This week I met James, age 7 and a half.   In my assessment of James, I found him to be extremely bright, with excellent higher level reasoning skills and a lively spontaneous personality.  His reading skills were developing nicely, matching his strong cognitive abilities.  Yet, James had a very rough first grade year.  Openly stating how much he disliked school, James was becoming discouraged.  What was the problem?

In a nutshell, James found writing to be an excruciating process and one that he had to face every morning.

For many kids (often the boys) there is a mismatch between their cognitive abilities and their ability to get the words out of their pencil and on to the page.

Open ended writing (e.g., “write about your weekend”) is particularly challenging for these kids.   Getting started on the writing is particularly challenging.

This was indeed the case for James.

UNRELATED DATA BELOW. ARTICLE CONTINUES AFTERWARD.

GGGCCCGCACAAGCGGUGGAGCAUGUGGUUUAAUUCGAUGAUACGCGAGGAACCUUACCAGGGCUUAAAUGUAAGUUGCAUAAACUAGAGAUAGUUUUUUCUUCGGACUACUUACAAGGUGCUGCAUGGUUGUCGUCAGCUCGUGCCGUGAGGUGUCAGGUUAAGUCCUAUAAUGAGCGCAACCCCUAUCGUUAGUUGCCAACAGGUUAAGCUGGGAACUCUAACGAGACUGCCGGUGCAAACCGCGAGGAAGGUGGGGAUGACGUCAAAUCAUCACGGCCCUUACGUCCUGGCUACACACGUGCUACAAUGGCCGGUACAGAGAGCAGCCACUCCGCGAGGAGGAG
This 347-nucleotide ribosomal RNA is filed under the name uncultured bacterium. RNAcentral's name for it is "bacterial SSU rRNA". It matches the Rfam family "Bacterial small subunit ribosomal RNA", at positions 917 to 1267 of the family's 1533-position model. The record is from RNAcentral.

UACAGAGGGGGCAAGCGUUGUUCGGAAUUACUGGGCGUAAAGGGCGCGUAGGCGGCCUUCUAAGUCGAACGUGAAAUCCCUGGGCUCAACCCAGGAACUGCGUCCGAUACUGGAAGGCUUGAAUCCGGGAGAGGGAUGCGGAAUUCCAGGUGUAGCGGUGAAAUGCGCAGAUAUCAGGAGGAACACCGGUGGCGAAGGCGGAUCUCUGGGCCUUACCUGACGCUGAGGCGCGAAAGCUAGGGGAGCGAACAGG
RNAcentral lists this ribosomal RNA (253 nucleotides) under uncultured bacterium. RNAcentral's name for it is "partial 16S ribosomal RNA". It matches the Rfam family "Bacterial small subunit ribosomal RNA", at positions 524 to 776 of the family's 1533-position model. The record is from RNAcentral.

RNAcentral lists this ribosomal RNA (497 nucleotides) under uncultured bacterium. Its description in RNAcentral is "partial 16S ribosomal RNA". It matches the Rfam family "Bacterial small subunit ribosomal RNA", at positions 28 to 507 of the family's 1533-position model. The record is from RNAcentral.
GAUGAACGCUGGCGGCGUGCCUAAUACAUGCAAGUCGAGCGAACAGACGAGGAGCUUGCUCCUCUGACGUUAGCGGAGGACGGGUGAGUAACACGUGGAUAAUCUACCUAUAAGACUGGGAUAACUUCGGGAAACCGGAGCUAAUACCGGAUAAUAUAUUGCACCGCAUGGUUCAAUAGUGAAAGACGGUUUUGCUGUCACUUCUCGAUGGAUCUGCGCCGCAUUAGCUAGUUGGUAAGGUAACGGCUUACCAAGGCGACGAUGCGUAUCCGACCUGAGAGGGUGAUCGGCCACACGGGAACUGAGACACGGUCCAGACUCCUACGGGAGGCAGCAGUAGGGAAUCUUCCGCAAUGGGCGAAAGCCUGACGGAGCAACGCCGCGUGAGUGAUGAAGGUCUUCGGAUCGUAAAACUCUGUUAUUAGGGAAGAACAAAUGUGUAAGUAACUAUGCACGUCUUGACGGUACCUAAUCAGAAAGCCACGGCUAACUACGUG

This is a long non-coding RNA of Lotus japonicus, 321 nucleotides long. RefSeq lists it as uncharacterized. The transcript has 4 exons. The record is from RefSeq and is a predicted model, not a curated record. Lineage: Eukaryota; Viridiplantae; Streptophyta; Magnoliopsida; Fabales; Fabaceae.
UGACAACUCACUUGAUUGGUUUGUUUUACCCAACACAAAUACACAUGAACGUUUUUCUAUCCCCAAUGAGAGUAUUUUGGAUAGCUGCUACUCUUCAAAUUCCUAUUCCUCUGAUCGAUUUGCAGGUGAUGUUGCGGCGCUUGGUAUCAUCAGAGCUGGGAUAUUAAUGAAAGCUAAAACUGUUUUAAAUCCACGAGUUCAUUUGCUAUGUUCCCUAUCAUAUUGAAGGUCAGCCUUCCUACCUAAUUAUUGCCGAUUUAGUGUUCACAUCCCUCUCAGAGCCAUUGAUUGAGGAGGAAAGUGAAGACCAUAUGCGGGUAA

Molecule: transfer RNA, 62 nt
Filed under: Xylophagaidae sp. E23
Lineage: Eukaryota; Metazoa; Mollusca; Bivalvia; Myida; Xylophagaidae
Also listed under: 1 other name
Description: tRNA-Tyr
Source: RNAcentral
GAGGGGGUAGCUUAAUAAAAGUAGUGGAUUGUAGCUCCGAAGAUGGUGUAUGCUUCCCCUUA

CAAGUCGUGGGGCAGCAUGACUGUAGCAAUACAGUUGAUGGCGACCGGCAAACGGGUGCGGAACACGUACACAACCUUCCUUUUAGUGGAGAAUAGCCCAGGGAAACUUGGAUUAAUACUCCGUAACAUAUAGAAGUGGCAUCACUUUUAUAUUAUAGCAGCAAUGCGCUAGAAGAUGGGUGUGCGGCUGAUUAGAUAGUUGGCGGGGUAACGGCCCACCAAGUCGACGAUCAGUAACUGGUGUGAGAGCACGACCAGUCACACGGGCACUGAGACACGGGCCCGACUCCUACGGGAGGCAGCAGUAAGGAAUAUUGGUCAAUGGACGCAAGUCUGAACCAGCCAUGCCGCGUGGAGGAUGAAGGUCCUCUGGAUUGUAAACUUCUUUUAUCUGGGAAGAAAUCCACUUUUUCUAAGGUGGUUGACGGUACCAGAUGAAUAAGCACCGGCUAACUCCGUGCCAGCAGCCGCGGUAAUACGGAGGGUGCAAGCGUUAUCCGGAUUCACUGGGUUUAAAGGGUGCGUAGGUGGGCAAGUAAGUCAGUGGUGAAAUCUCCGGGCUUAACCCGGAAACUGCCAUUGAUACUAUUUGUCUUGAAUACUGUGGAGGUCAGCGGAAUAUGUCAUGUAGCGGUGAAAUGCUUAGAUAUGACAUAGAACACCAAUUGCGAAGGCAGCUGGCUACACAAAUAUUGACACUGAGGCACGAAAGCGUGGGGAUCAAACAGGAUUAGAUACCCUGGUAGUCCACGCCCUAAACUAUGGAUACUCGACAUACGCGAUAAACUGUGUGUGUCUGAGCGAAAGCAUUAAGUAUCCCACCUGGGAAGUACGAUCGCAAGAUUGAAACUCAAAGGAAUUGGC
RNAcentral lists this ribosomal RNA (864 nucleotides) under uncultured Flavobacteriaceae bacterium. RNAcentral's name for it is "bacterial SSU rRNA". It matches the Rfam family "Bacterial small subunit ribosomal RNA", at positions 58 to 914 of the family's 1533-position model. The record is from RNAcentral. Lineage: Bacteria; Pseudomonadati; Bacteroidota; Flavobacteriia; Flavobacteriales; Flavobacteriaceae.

Dr. Mel Levine in his many books on learning issues points out how demanding the writing process is for kids (and adults).  I have heard Dr. Levine say in conferences that writing is the single most difficult process of schooling.  Think about it. If you were asked to write about your weekend, consider the many things that would occur for you to complete the task. Some of these would include:

· Visualizing your weekend
· Deciding what aspect of the weekend to discuss (major vs. minor detail)
· Word retrieval
· Word choice
· Spelling
· Fine motor
· Active working memory (concurrently holding information in your mind to act on it)

For young James it was all too much.   James would like school much more if could approach writing in more digestible bites.  He wouldn’t feel so overwhelmed.

Practicing simple sentences (e.g., “Dogs run.”  “People walk) and building on these sentences in a scaffold-like approach would give James a sense of confidence. 

I recommend that you get a hold of Diana Hanbury King’s,  Writing Skills to learn more about the structured, step-by-step approach to writing development.